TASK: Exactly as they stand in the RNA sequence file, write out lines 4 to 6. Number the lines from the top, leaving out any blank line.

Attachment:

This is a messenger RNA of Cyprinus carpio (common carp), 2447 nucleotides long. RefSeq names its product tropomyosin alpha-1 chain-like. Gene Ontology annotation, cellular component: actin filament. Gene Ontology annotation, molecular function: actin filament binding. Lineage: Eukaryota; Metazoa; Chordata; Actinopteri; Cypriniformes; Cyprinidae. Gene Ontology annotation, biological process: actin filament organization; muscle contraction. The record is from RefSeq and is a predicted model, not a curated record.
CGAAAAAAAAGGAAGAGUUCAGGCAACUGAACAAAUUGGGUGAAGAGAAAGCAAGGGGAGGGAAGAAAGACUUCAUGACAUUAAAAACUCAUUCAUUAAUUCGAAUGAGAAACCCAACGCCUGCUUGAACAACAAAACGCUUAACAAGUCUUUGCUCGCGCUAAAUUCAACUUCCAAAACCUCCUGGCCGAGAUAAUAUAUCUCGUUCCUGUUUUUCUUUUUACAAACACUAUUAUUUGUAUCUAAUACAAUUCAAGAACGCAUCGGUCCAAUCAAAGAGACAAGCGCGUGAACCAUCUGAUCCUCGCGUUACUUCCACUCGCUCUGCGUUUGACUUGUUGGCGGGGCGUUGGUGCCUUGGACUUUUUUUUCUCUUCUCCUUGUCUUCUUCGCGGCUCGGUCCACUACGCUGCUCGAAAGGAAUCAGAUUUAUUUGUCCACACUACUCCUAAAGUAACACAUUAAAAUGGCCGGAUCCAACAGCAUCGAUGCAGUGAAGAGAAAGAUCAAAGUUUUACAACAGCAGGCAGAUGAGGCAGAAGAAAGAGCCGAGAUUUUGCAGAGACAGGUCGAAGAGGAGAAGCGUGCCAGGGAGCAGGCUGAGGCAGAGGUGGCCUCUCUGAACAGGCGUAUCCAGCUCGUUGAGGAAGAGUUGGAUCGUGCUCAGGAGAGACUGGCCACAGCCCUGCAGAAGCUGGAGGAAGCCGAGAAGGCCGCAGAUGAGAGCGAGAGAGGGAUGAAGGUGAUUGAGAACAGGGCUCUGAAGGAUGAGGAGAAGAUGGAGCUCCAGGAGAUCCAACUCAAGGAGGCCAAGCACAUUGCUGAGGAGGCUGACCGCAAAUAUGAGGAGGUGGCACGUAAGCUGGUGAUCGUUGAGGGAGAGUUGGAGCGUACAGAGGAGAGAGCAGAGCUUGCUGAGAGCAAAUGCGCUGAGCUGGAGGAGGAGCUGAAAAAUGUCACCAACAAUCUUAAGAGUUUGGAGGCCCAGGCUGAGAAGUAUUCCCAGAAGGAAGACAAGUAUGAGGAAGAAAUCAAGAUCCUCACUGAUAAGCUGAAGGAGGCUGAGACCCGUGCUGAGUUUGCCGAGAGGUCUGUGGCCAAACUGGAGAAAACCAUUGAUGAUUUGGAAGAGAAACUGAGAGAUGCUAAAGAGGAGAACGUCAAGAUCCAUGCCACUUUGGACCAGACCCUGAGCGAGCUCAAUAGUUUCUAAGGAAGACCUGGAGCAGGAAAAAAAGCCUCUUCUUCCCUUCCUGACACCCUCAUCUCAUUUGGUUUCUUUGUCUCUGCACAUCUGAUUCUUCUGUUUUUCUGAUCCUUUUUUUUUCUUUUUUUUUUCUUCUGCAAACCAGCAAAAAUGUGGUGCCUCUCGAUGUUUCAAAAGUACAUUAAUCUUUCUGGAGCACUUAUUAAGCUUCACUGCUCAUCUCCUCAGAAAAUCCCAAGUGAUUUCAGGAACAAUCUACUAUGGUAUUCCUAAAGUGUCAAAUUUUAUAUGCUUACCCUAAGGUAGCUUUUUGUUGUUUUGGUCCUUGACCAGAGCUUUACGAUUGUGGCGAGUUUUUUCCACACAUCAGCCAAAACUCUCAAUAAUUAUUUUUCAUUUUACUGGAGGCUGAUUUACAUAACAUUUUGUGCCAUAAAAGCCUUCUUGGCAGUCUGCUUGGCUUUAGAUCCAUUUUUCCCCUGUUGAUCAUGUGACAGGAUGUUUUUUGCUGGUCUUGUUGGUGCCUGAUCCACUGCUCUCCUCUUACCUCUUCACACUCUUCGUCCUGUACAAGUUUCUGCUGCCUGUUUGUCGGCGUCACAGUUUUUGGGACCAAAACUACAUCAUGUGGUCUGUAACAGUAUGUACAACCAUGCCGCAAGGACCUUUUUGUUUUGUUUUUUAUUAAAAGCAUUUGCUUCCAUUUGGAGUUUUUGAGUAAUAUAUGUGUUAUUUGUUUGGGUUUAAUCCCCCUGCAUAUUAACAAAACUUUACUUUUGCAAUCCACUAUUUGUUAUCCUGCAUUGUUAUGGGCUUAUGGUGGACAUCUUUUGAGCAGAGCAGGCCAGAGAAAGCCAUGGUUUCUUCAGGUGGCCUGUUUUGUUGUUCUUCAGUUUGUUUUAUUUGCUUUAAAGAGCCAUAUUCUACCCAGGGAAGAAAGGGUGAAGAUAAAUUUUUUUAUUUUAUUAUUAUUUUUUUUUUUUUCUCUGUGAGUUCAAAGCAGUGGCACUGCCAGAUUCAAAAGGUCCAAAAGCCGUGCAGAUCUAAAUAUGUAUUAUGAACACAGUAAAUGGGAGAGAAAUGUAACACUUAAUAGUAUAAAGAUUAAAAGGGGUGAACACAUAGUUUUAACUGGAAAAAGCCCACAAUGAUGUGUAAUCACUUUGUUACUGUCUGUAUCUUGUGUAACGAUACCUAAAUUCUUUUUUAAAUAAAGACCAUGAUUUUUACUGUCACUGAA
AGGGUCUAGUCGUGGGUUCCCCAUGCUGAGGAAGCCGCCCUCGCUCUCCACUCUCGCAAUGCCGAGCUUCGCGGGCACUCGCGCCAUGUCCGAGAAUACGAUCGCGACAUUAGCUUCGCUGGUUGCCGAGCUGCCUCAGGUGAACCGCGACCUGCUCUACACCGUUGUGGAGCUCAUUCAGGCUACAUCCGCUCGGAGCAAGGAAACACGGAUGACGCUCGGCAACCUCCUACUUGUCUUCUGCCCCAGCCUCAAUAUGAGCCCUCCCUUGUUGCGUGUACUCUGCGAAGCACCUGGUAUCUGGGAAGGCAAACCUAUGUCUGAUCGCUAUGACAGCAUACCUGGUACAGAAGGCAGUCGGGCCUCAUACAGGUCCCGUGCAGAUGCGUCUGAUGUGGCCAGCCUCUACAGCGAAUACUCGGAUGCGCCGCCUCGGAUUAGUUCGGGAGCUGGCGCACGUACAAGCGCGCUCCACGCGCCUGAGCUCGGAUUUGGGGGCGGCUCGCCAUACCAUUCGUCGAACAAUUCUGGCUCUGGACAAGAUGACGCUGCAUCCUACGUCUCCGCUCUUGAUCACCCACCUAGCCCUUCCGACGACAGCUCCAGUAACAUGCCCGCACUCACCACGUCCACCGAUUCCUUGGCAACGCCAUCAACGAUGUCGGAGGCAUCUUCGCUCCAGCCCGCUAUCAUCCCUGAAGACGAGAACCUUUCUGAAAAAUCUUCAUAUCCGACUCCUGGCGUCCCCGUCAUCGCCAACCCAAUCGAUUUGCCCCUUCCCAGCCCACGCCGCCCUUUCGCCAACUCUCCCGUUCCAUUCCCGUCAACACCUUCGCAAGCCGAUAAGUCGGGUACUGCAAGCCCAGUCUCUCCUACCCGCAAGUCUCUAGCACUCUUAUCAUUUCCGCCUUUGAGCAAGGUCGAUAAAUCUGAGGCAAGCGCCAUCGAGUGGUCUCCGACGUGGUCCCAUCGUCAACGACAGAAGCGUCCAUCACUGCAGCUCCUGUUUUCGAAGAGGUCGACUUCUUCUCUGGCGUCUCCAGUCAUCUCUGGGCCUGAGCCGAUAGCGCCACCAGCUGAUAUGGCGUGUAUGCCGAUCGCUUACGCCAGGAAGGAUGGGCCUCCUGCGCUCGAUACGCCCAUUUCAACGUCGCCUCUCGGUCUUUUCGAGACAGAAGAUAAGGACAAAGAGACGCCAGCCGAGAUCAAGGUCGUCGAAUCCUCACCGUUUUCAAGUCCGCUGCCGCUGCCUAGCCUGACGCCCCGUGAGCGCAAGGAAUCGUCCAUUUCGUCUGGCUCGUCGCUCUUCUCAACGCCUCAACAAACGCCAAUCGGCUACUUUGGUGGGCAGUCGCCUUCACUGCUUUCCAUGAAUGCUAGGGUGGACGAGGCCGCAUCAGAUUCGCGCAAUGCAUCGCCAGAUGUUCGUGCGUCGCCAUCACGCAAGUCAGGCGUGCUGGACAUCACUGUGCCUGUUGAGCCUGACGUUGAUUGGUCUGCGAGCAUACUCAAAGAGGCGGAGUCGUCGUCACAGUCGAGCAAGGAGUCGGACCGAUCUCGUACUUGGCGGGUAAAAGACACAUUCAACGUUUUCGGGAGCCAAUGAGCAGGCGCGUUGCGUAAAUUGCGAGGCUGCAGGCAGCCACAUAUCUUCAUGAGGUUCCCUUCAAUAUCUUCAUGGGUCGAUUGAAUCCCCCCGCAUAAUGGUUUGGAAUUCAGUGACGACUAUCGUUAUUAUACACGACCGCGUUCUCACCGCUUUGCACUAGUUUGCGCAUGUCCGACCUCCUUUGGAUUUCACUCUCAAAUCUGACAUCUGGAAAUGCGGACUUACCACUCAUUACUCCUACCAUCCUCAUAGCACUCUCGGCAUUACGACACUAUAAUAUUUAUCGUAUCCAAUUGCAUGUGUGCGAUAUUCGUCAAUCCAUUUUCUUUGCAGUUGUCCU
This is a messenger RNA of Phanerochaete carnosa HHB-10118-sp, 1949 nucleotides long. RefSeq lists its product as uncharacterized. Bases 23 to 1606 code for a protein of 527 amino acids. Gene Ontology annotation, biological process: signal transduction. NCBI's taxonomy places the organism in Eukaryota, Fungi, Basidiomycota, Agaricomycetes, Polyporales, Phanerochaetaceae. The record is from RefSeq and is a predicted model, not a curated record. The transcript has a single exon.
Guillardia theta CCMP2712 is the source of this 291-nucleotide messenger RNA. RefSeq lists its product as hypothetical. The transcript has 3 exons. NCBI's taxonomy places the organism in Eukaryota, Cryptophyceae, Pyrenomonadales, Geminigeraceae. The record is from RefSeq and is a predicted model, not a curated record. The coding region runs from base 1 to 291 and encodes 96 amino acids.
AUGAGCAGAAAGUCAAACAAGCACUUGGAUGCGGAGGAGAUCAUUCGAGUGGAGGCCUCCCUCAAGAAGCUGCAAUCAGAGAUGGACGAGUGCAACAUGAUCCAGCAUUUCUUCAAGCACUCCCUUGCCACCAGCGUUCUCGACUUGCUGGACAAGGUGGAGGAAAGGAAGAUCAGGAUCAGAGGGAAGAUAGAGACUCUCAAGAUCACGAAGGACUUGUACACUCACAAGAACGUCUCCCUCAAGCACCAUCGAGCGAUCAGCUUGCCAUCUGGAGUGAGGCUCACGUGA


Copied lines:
This is a messenger RNA of Phanerochaete carnosa HHB-10118-sp, 1949 nucleotides long. RefSeq lists its product as uncharacterized. Bases 23 to 1606 code for a protein of 527 amino acids. Gene Ontology annotation, biological process: signal transduction. NCBI's taxonomy places the organism in Eukaryota, Fungi, Basidiomycota, Agaricomycetes, Polyporales, Phanerochaetaceae. The record is from RefSeq and is a predicted model, not a curated record. The transcript has a single exon.
Guillardia theta CCMP2712 is the source of this 291-nucleotide messenger RNA. RefSeq lists its product as hypothetical. The transcript has 3 exons. NCBI's taxonomy places the organism in Eukaryota, Cryptophyceae, Pyrenomonadales, Geminigeraceae. The record is from RefSeq and is a predicted model, not a curated record. The coding region runs from base 1 to 291 and encodes 96 amino acids.
AUGAGCAGAAAGUCAAACAAGCACUUGGAUGCGGAGGAGAUCAUUCGAGUGGAGGCCUCCCUCAAGAAGCUGCAAUCAGAGAUGGACGAGUGCAACAUGAUCCAGCAUUUCUUCAAGCACUCCCUUGCCACCAGCGUUCUCGACUUGCUGGACAAGGUGGAGGAAAGGAAGAUCAGGAUCAGAGGGAAGAUAGAGACUCUCAAGAUCACGAAGGACUUGUACACUCACAAGAACGUCUCCCUCAAGCACCAUCGAGCGAUCAGCUUGCCAUCUGGAGUGAGGCUCACGUGA